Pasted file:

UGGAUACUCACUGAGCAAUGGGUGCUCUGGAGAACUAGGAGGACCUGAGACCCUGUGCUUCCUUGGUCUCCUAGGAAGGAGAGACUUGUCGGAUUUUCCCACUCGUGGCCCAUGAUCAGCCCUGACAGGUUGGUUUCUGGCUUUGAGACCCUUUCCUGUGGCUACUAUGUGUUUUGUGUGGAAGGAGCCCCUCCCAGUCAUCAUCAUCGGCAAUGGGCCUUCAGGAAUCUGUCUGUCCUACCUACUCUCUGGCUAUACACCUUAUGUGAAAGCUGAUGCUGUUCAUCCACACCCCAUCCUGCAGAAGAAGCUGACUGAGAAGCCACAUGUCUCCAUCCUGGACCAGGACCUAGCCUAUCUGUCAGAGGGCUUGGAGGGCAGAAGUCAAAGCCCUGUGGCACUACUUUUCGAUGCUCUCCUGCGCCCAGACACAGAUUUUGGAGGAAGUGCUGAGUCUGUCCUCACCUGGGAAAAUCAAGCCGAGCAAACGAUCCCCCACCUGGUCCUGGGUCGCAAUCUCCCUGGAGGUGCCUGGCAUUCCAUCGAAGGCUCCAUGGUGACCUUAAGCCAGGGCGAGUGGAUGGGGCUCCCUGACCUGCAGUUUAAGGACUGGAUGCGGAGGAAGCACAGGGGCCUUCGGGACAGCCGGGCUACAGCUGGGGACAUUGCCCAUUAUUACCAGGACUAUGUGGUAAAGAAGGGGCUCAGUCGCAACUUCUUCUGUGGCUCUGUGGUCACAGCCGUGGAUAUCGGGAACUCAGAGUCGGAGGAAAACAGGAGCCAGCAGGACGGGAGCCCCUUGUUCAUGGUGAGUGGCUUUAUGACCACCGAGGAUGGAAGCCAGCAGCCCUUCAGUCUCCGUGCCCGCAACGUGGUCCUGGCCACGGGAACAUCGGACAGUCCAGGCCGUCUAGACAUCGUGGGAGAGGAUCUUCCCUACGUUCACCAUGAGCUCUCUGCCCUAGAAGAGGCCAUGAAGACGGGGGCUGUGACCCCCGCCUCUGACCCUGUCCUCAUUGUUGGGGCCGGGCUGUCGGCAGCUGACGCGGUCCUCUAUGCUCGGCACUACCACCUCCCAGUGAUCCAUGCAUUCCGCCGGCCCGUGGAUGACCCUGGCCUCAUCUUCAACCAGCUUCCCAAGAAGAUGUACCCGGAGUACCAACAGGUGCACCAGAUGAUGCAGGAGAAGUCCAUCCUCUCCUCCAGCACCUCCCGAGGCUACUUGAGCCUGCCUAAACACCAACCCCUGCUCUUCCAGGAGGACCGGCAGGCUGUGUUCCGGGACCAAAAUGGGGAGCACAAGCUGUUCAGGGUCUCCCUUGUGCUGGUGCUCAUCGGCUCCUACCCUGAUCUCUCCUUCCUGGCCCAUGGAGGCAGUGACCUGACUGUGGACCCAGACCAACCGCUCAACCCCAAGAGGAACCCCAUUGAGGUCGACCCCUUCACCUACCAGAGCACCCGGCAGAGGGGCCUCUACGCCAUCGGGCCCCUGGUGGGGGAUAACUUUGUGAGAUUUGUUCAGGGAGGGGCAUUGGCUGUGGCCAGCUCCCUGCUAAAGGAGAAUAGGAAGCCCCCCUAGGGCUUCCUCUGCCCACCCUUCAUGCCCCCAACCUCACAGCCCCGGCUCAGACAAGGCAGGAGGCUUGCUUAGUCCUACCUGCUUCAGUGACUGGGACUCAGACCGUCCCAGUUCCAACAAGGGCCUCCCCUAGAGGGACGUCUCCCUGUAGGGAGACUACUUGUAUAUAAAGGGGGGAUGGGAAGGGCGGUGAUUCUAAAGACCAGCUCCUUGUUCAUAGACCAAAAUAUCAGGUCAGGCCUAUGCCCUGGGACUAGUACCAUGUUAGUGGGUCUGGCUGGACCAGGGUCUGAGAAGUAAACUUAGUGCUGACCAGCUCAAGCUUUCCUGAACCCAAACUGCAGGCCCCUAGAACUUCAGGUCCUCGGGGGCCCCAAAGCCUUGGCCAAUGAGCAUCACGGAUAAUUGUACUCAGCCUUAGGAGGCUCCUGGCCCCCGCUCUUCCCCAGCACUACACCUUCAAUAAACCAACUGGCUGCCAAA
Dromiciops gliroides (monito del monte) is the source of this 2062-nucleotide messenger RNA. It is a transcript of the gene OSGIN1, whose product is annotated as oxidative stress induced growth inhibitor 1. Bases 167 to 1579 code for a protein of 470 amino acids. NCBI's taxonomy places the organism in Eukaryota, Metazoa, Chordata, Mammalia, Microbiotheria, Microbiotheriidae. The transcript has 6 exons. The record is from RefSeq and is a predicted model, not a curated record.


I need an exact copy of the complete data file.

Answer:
UGGAUACUCACUGAGCAAUGGGUGCUCUGGAGAACUAGGAGGACCUGAGACCCUGUGCUUCCUUGGUCUCCUAGGAAGGAGAGACUUGUCGGAUUUUCCCACUCGUGGCCCAUGAUCAGCCCUGACAGGUUGGUUUCUGGCUUUGAGACCCUUUCCUGUGGCUACUAUGUGUUUUGUGUGGAAGGAGCCCCUCCCAGUCAUCAUCAUCGGCAAUGGGCCUUCAGGAAUCUGUCUGUCCUACCUACUCUCUGGCUAUACACCUUAUGUGAAAGCUGAUGCUGUUCAUCCACACCCCAUCCUGCAGAAGAAGCUGACUGAGAAGCCACAUGUCUCCAUCCUGGACCAGGACCUAGCCUAUCUGUCAGAGGGCUUGGAGGGCAGAAGUCAAAGCCCUGUGGCACUACUUUUCGAUGCUCUCCUGCGCCCAGACACAGAUUUUGGAGGAAGUGCUGAGUCUGUCCUCACCUGGGAAAAUCAAGCCGAGCAAACGAUCCCCCACCUGGUCCUGGGUCGCAAUCUCCCUGGAGGUGCCUGGCAUUCCAUCGAAGGCUCCAUGGUGACCUUAAGCCAGGGCGAGUGGAUGGGGCUCCCUGACCUGCAGUUUAAGGACUGGAUGCGGAGGAAGCACAGGGGCCUUCGGGACAGCCGGGCUACAGCUGGGGACAUUGCCCAUUAUUACCAGGACUAUGUGGUAAAGAAGGGGCUCAGUCGCAACUUCUUCUGUGGCUCUGUGGUCACAGCCGUGGAUAUCGGGAACUCAGAGUCGGAGGAAAACAGGAGCCAGCAGGACGGGAGCCCCUUGUUCAUGGUGAGUGGCUUUAUGACCACCGAGGAUGGAAGCCAGCAGCCCUUCAGUCUCCGUGCCCGCAACGUGGUCCUGGCCACGGGAACAUCGGACAGUCCAGGCCGUCUAGACAUCGUGGGAGAGGAUCUUCCCUACGUUCACCAUGAGCUCUCUGCCCUAGAAGAGGCCAUGAAGACGGGGGCUGUGACCCCCGCCUCUGACCCUGUCCUCAUUGUUGGGGCCGGGCUGUCGGCAGCUGACGCGGUCCUCUAUGCUCGGCACUACCACCUCCCAGUGAUCCAUGCAUUCCGCCGGCCCGUGGAUGACCCUGGCCUCAUCUUCAACCAGCUUCCCAAGAAGAUGUACCCGGAGUACCAACAGGUGCACCAGAUGAUGCAGGAGAAGUCCAUCCUCUCCUCCAGCACCUCCCGAGGCUACUUGAGCCUGCCUAAACACCAACCCCUGCUCUUCCAGGAGGACCGGCAGGCUGUGUUCCGGGACCAAAAUGGGGAGCACAAGCUGUUCAGGGUCUCCCUUGUGCUGGUGCUCAUCGGCUCCUACCCUGAUCUCUCCUUCCUGGCCCAUGGAGGCAGUGACCUGACUGUGGACCCAGACCAACCGCUCAACCCCAAGAGGAACCCCAUUGAGGUCGACCCCUUCACCUACCAGAGCACCCGGCAGAGGGGCCUCUACGCCAUCGGGCCCCUGGUGGGGGAUAACUUUGUGAGAUUUGUUCAGGGAGGGGCAUUGGCUGUGGCCAGCUCCCUGCUAAAGGAGAAUAGGAAGCCCCCCUAGGGCUUCCUCUGCCCACCCUUCAUGCCCCCAACCUCACAGCCCCGGCUCAGACAAGGCAGGAGGCUUGCUUAGUCCUACCUGCUUCAGUGACUGGGACUCAGACCGUCCCAGUUCCAACAAGGGCCUCCCCUAGAGGGACGUCUCCCUGUAGGGAGACUACUUGUAUAUAAAGGGGGGAUGGGAAGGGCGGUGAUUCUAAAGACCAGCUCCUUGUUCAUAGACCAAAAUAUCAGGUCAGGCCUAUGCCCUGGGACUAGUACCAUGUUAGUGGGUCUGGCUGGACCAGGGUCUGAGAAGUAAACUUAGUGCUGACCAGCUCAAGCUUUCCUGAACCCAAACUGCAGGCCCCUAGAACUUCAGGUCCUCGGGGGCCCCAAAGCCUUGGCCAAUGAGCAUCACGGAUAAUUGUACUCAGCCUUAGGAGGCUCCUGGCCCCCGCUCUUCCCCAGCACUACACCUUCAAUAAACCAACUGGCUGCCAAA
Dromiciops gliroides (monito del monte) is the source of this 2062-nucleotide messenger RNA. It is a transcript of the gene OSGIN1, whose product is annotated as oxidative stress induced growth inhibitor 1. Bases 167 to 1579 code for a protein of 470 amino acids. NCBI's taxonomy places the organism in Eukaryota, Metazoa, Chordata, Mammalia, Microbiotheria, Microbiotheriidae. The transcript has 6 exons. The record is from RefSeq and is a predicted model, not a curated record.